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  1. I completely agree with this, I am also quite shy of these groups of women and have found by being brave I am welcomed. It’s lovely to have a chat and the main thing to remember that many of them have felt the same way at some point.

  2. You see I would say this was a clique. Membership requirements are that your children go to this school… (and that you have children!) but as you say it is just a “group” of friends with similar needs and it makes everyone feel small until they join in!

  3. Stepping out of your comfort zone is hard but can be rewarding, so well done Cass for doing it! Sounds like you got a nice bunch after all, though there are definitely cliques at school gates too, same as anywhere! I know ‘if you don’t go to the party, you don’t get a balloon,’ then again, over the years I’ve become more fussy about which balloons I truly want!
    Really enjoyed this article – will look in more often!

    Jane x

  4. As a stay at home Mum I’m able to join PTFA, attend coffee mornings etc so maybe I’m part of a ‘clique’ – this is what I may look like to others, but actually we’re just chatting about what we’re upto. I got involved in different groups to get to know other Mums & I’ve now got some amazing friends. We try to include others but my advice is just go for it – we don’t bite! Honest!

  5. Completely agree. I am part of an alleged playgroup clique which has put off some mums from trying the playgroup, but how do they think I became part of the clique? I wasn’t allocated a place in the group at birth. I made the effort to talk to people and to join in. We are a clique, but not inaccessible.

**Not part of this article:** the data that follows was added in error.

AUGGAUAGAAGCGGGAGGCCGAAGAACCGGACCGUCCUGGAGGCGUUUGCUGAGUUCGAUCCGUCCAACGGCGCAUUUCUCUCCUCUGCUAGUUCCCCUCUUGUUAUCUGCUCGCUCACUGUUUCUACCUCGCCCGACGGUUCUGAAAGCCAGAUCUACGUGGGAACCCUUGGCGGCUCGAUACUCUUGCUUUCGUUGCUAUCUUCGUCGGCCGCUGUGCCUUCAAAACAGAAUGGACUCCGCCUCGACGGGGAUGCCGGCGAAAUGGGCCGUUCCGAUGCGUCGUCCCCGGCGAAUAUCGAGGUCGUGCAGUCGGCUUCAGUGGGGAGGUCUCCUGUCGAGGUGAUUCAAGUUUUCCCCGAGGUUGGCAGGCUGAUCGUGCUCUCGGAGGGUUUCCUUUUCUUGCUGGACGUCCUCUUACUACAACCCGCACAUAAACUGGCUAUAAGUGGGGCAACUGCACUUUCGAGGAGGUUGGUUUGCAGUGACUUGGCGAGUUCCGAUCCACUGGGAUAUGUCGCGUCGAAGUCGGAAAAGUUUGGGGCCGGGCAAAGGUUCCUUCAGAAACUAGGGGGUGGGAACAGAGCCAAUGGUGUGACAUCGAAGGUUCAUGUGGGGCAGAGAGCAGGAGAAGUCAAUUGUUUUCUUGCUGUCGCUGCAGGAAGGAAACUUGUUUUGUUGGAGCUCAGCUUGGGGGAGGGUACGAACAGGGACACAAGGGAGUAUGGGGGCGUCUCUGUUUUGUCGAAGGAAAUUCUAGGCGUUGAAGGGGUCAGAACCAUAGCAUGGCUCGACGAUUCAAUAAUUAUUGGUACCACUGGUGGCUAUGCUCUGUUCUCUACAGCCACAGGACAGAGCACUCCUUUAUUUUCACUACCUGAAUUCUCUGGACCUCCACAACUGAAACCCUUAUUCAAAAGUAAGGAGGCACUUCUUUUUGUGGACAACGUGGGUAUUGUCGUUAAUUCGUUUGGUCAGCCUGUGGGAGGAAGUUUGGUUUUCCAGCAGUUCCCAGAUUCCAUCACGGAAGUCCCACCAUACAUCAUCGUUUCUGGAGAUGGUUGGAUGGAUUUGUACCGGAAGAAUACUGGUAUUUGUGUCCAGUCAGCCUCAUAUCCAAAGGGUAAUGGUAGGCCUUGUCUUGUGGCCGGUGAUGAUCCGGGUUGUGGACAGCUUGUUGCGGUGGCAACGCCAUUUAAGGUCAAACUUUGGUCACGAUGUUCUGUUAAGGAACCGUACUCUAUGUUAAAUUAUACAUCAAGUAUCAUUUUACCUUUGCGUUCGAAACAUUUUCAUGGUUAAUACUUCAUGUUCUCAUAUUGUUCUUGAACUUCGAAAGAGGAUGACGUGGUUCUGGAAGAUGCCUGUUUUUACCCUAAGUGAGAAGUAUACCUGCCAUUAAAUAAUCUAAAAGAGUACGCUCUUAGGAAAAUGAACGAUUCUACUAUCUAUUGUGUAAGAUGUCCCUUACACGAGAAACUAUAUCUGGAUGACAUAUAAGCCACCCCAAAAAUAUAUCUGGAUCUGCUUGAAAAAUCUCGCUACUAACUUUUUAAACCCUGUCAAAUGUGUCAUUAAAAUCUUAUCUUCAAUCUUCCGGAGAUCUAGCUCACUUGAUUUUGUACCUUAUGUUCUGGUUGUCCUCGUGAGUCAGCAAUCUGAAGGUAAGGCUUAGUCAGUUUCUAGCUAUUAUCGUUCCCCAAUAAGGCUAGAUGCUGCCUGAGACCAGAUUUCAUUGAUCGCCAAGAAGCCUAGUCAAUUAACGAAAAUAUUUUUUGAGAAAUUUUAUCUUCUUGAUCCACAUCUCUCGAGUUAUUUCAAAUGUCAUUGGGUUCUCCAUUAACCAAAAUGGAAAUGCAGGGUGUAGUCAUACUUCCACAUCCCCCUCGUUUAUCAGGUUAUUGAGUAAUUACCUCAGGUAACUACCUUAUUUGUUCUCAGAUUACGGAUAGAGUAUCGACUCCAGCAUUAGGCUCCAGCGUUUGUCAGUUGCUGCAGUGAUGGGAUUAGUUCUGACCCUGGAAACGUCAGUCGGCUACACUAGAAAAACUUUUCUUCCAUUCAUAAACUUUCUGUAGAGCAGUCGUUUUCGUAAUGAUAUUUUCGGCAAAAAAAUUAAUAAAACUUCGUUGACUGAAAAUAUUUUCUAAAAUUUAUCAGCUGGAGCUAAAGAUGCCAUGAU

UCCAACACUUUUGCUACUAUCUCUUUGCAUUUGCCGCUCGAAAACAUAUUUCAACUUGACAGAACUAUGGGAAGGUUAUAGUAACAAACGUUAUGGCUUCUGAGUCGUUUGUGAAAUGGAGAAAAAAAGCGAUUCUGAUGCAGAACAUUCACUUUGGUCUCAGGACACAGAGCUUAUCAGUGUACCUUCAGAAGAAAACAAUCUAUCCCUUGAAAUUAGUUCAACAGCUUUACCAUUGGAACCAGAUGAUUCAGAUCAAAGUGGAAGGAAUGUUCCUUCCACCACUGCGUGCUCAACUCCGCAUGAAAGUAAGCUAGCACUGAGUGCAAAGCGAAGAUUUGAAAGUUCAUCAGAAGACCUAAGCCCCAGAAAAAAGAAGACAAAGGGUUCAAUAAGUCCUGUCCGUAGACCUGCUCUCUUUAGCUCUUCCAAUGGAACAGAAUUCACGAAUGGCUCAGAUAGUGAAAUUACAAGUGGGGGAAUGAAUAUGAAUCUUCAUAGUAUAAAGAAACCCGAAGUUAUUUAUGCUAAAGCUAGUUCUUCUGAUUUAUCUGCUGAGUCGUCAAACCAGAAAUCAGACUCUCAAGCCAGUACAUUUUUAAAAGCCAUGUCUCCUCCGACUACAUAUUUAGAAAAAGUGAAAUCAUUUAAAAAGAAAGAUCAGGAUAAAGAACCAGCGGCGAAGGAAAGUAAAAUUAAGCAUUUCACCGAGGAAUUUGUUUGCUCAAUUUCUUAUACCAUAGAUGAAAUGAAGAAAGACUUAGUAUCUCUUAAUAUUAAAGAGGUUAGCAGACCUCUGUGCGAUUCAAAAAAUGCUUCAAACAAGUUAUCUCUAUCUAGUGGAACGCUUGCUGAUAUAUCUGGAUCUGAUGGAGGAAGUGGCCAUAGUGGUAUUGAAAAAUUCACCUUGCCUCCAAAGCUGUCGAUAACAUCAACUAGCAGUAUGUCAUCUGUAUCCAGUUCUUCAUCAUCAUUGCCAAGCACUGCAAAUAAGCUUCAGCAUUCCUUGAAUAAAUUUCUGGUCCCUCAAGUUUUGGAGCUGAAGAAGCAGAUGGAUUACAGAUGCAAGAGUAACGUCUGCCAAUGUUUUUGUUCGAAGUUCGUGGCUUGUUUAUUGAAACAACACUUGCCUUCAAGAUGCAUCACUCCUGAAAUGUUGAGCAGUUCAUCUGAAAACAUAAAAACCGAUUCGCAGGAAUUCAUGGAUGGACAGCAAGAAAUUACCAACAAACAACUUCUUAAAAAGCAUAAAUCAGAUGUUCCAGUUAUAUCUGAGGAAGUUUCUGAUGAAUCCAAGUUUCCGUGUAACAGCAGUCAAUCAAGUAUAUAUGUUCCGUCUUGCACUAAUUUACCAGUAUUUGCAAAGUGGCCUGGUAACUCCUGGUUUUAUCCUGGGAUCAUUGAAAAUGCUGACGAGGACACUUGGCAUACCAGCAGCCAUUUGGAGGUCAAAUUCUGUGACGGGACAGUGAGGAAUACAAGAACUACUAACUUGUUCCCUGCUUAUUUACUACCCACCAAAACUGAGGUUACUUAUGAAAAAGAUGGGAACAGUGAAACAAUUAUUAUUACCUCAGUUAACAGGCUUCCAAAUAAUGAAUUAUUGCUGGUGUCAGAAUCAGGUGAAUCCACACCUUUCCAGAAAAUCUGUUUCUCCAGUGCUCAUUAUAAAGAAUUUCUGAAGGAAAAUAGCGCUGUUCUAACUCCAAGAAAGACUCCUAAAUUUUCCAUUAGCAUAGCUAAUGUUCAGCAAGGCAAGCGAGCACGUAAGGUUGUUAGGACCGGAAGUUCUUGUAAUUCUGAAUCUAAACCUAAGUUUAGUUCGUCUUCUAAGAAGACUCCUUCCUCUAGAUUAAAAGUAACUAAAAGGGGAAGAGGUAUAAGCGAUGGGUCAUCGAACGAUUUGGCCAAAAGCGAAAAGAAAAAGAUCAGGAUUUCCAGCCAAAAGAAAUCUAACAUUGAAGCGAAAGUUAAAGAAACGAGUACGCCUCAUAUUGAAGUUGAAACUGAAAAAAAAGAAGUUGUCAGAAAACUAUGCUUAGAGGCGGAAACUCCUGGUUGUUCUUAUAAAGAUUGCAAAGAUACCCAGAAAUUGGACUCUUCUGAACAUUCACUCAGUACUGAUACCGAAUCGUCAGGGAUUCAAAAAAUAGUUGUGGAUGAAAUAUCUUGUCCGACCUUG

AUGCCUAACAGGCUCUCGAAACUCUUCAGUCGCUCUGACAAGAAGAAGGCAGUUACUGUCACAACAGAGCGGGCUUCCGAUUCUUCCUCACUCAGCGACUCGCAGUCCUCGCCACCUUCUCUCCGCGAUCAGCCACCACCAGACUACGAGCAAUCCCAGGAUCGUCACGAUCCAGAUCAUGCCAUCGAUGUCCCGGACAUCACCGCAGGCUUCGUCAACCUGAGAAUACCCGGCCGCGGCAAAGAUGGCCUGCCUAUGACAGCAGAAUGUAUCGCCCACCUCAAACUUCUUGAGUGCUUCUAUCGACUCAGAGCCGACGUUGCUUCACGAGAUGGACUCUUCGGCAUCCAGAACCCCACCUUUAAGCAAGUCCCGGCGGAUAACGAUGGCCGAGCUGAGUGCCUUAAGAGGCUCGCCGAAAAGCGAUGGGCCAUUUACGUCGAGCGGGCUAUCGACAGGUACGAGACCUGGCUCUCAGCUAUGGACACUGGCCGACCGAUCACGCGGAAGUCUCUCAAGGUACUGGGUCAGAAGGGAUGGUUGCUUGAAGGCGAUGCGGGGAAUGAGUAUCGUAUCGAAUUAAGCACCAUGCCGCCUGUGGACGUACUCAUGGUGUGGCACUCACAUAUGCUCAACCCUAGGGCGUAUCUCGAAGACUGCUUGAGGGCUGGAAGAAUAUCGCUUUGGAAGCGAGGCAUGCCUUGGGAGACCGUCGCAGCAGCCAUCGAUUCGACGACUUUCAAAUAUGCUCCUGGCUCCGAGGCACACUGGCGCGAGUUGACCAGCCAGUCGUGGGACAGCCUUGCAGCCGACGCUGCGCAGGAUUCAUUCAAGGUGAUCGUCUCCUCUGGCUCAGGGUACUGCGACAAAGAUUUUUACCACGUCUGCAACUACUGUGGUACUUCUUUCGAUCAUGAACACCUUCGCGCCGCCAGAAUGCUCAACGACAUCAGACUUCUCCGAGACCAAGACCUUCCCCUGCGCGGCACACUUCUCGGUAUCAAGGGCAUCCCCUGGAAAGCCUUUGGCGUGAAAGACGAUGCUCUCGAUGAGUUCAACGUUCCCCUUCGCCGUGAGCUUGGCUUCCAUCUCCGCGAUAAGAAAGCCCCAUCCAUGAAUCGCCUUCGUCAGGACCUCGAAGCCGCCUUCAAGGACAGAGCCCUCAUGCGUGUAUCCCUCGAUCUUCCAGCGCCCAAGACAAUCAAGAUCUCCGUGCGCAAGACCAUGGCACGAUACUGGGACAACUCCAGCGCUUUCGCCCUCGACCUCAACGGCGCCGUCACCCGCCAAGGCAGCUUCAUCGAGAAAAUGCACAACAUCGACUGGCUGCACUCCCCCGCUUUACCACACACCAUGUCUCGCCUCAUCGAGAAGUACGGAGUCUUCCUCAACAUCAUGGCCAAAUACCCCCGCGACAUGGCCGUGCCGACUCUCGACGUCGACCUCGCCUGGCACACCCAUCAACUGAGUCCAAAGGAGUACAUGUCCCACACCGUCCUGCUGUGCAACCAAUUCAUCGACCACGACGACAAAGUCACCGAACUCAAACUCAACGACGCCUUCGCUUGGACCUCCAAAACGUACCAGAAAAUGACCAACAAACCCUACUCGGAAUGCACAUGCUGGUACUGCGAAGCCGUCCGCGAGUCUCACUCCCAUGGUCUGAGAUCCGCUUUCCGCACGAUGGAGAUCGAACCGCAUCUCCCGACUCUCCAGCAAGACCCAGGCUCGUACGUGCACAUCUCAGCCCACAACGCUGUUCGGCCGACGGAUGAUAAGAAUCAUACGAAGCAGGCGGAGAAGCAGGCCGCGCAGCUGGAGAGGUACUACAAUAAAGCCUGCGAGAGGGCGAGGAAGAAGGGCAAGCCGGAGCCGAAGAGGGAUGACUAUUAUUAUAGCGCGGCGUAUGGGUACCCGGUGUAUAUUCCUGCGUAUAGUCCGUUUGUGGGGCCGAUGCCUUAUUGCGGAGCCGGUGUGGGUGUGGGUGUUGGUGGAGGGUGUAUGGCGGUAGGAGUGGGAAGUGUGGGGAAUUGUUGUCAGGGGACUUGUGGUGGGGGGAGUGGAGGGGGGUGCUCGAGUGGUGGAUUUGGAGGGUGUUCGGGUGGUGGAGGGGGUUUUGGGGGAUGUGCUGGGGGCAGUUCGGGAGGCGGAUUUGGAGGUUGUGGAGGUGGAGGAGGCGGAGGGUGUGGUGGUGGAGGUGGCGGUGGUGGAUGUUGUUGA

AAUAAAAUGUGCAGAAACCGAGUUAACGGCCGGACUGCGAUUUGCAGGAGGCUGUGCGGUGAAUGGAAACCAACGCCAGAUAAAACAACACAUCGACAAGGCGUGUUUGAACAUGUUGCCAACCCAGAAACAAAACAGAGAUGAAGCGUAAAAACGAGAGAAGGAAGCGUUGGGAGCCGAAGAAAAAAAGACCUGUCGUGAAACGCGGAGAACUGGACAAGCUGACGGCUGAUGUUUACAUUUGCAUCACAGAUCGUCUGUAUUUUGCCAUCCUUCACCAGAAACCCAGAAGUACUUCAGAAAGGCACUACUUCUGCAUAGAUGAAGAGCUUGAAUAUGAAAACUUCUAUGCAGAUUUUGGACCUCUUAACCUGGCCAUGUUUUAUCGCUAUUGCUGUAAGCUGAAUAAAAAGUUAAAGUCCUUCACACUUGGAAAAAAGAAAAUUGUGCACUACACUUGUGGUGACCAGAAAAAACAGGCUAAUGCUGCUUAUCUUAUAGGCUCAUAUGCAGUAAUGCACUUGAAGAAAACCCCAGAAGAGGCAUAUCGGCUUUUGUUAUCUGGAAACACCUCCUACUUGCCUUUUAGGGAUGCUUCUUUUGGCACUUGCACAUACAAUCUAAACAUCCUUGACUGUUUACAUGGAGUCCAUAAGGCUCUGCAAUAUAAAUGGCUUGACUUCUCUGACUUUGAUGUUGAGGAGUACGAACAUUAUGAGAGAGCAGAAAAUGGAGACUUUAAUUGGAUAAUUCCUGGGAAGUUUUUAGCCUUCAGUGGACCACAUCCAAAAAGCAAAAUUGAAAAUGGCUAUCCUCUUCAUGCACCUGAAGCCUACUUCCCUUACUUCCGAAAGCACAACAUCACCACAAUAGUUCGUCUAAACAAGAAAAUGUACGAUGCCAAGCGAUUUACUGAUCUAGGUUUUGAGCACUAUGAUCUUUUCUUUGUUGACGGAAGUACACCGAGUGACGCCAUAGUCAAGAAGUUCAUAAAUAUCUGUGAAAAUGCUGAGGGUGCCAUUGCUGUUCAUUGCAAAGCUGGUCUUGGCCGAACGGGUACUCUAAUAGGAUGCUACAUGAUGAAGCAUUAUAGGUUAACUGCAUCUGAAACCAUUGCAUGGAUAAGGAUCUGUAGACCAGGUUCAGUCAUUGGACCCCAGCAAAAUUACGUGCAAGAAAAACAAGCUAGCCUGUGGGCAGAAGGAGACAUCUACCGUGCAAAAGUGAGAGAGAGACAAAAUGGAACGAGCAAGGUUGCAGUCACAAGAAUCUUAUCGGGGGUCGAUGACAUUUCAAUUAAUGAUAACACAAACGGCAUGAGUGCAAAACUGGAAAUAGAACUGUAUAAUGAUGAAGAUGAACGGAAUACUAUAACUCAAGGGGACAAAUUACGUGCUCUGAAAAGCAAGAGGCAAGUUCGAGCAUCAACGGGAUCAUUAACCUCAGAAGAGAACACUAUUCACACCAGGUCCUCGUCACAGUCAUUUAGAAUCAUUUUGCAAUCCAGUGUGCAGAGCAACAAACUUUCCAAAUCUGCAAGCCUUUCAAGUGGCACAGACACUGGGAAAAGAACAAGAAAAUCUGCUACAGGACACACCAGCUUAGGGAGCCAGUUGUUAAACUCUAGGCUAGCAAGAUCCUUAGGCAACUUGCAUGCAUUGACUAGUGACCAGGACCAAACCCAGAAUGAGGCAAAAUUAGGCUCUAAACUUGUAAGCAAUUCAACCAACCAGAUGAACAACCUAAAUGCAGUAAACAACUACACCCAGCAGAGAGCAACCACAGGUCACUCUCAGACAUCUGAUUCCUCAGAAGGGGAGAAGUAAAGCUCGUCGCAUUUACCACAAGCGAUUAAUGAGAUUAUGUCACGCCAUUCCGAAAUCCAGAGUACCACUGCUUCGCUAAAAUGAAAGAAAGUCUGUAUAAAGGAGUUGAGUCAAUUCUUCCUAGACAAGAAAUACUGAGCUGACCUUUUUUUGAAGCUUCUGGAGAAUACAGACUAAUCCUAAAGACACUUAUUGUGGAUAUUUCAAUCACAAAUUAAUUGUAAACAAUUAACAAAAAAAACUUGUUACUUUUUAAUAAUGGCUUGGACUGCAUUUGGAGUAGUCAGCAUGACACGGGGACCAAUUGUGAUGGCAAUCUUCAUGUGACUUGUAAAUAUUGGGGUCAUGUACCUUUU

Well done Cass. nice post.

  6. It’s so true. It is lovely when someone in a group makes the effort to include someone who is standing alone but they are probably as wary as you are – what if they don’t want to talk, are busy on the phone, etc…? Very few groups of mums are exclusive if you make the effort. And I should know, I had to make friends with parents who are young enough to be my children.

  7. Mmm… this is a good post, and I’m glad you managed to get chatting to the school mums. I think many of us have different opinions and experiences, some not all positive. (watch out for the competitive clique!) 🙂
    Good luck with it and thanks for sharing!

  8. Completely agree with this. I’m always looking on in the direction of all the mums who know each other already and always feel slightly uncomfortable. I know I should ‘edge’ forward but my brain is so programmed to ‘what ifs’ that i find it difficult. Been slightly more inspired however so will see what happens tomorrow!

  9. What a great post! I think it’ll really help other mums and dads who feel intimidated by ‘cliques’ to go over and join in!

    As a nanny I often felt there was a nanny/parent divide so started a coffee morning to get both groups together. It was great! Sadly some of the mums wouldn’t come along and had their own coffee mornings to which we were never invited. Sad really!

    Now as a mum I always welcome any new face at the groups I attend or invite them to my coffee mornings and art club. It’s so important for everyone to feel welcome but also feel they don’t have to.